2600 years ago Guatama Sidhartha (Buddha) created mindfulness meditation. Today, two and a half thousand years later, mindfulness is finally becoming popular in the West. Beginner meditators are finally awakening to the force of this simple yet powerful technique.
And what we are all learning is this: mindfulness changes lives.
Over the past 50 years it has been proven that mindfulness meditation offers more than 100 health benefits.
Stunningly, mindfulness is able to help with many diverse areas of life.
A selection of some of the benefits of mindfulness
- stops stress
- reduces and prevents depression
- reduces and prevents anxiety
- prevents heart disease
- Improves decision making skills
- reduction of chronic pain and inflamation
- improved performance
- relieves OCD
- increases confidence
- boost happiness
- increases productivity
- increases emotional control
- stops insomnia
- heightens intimacy
- and so much more
It should come as a huge wake-up call for mankind that, in an age when more people are being prescribed anti-depressants than ever before in history, the number one technique for wellbeing is simply being mindful.
We are sitting on the cusp of a new dawn, a dawn in which mankind finally realises that the human mind is more powerful than any medication.
The Purpose of this guide
I am about to lead you through the ultimate guide to mindfulness, so you too can discover the power of your mind.
By the time you finish reading this guide, you will know why the beautifully simple act of being mindful is the best thing you can do for yourself.
Mindfulness falls like the rain: it is the nourishment that sustains the human mind. And I am about to prove it to you.
Not only that. I am going to show you how your family can become mindful.
My passion, and the purpose of THE DAILY MEDITATION, is to help people and families to discover the power of meditation. That is why I have created the number one guide to teaching kids.
Take a mindful breath. Because you are about to discover the power of mindfulness–the power to create health and happiness just by focusing your mind.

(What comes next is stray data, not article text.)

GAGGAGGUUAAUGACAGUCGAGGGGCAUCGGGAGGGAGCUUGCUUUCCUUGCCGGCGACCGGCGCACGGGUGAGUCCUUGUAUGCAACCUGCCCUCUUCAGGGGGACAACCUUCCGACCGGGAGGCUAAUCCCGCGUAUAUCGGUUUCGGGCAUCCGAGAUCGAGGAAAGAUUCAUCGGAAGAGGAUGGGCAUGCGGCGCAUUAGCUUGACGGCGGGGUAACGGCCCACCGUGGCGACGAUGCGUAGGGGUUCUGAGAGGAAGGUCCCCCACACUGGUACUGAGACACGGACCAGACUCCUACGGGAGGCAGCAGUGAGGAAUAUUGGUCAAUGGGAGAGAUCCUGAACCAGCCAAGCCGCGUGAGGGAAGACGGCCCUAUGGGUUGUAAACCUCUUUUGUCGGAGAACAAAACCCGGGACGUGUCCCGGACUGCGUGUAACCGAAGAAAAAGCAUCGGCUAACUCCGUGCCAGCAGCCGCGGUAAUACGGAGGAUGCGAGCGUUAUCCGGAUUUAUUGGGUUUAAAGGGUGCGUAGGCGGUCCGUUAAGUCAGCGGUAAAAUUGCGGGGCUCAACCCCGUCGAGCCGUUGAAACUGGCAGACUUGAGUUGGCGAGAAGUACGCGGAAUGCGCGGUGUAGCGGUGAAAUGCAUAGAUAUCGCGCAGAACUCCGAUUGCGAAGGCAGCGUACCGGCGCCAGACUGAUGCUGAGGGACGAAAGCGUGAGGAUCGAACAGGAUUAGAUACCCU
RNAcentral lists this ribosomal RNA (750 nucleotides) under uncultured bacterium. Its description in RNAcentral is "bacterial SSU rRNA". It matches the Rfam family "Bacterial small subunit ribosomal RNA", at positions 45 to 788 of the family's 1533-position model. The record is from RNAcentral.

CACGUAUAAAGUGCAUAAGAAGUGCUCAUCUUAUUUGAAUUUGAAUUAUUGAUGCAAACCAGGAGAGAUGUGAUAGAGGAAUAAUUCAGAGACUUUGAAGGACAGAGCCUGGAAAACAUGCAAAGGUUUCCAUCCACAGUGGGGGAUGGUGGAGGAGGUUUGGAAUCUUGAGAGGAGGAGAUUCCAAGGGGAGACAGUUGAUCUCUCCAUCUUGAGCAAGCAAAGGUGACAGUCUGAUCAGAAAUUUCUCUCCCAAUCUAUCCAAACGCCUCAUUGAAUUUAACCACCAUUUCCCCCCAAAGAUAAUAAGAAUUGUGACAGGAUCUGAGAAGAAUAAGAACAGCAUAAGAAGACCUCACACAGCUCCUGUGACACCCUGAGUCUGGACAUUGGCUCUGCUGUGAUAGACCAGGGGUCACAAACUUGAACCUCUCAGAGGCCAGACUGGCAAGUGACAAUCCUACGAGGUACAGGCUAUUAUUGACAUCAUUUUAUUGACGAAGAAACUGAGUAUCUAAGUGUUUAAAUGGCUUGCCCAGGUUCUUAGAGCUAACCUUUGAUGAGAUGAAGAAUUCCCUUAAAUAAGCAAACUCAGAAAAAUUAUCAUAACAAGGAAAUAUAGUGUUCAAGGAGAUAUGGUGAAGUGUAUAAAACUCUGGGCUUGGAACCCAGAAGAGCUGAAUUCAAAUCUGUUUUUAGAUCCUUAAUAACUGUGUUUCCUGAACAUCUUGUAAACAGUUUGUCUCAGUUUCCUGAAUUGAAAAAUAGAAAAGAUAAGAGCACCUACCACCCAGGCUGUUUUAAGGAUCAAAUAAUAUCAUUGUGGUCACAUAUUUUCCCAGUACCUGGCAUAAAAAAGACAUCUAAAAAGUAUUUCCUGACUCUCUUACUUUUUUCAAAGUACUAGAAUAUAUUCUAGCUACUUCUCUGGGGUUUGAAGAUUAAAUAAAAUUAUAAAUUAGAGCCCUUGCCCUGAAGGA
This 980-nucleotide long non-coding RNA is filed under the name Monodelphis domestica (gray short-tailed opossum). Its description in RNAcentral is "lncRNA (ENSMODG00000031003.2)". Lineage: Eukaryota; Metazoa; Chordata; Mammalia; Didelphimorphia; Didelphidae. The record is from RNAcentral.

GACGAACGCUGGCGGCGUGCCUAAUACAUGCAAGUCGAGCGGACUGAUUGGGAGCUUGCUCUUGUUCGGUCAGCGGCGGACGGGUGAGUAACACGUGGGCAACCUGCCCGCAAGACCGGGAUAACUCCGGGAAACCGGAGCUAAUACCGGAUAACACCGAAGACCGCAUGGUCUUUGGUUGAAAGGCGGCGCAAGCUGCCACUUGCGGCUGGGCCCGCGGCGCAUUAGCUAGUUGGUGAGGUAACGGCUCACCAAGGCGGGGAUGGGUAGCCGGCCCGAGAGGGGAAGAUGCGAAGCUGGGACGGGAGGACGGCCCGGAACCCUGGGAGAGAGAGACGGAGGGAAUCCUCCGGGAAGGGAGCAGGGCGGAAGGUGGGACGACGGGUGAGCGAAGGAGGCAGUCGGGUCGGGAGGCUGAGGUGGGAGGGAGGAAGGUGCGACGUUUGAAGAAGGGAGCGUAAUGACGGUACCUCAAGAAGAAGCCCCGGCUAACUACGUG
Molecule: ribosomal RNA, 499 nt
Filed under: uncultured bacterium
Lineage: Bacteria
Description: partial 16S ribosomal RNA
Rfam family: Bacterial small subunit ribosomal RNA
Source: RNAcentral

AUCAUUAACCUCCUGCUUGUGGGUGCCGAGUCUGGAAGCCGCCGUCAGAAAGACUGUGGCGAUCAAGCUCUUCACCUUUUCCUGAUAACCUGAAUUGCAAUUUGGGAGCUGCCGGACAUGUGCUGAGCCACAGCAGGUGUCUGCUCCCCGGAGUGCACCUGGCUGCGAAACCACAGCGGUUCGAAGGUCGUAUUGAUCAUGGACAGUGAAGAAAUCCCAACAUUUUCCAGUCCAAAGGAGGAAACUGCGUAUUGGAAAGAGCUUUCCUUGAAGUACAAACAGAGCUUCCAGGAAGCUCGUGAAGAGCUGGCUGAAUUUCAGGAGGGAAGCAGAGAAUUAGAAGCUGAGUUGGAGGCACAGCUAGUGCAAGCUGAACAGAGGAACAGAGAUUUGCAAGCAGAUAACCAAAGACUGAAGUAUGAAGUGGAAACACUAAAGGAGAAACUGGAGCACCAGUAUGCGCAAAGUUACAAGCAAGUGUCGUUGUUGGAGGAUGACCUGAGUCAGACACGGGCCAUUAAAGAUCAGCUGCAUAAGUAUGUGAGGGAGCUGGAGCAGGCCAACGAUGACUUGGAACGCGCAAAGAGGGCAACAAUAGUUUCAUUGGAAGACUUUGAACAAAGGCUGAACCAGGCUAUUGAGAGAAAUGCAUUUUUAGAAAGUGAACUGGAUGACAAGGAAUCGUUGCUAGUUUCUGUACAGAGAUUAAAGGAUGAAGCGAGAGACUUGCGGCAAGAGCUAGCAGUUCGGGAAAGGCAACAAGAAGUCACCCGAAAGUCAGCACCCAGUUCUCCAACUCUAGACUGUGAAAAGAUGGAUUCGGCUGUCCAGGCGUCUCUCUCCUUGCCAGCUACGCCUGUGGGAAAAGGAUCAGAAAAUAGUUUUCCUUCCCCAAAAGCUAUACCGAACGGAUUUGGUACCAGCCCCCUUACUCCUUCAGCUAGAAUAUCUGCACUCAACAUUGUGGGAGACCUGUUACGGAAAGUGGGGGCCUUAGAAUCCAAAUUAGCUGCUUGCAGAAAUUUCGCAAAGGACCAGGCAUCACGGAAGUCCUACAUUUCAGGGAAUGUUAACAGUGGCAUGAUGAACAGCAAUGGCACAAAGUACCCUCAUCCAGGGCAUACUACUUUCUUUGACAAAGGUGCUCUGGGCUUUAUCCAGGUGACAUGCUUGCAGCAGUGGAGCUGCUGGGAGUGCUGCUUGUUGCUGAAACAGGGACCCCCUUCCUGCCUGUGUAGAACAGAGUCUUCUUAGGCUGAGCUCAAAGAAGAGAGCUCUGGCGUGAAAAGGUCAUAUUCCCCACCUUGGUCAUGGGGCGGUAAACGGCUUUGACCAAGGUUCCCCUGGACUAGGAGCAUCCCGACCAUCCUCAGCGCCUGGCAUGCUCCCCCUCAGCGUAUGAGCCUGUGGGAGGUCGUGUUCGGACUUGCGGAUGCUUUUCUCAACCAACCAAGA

Grasshopper, let us begin.
What is mindfulness? The simple power of consciousness
In my guide to 31 meditation techniques I reveal the most important types of meditation. Mindfulness is the single most important of all those techniques.
Mindfulness is the simple but life-changing practicing of focusing the mind on the present moment.
Meditation teacher Sylvia Boorstein says, “Mindfulness is the aware, balanced acceptance of the present experience. It isn’t more complicated than that. It is opening to or receiving the present moment, pleasant or unpleasant, just as it is, without either clinging to it or rejecting it.”
Mindfulness is almost ridiculously easy. All we do is
- Focus on the present moment
- Accept things as they are
- Be non-judgmental
- You’re done.
At a time when most mental-health techniques are as complex as Cognitive Behavioral Therapy, many people are drawn to the simple act of being mindful.
Mindfulness originated in Buddhism. But it has become a universal technique. It’s safe for other religions, and a great meditation for atheists and agnostics too.
Now time for our first mindfulness exercise.
Try this mindfulness exercise for 5 minutes for fast relaxation
I have previously shared 6 mindfulness exercises for beginners. The following is the best exercise to start with.
- Close your eyes.
- Breathe through your nose.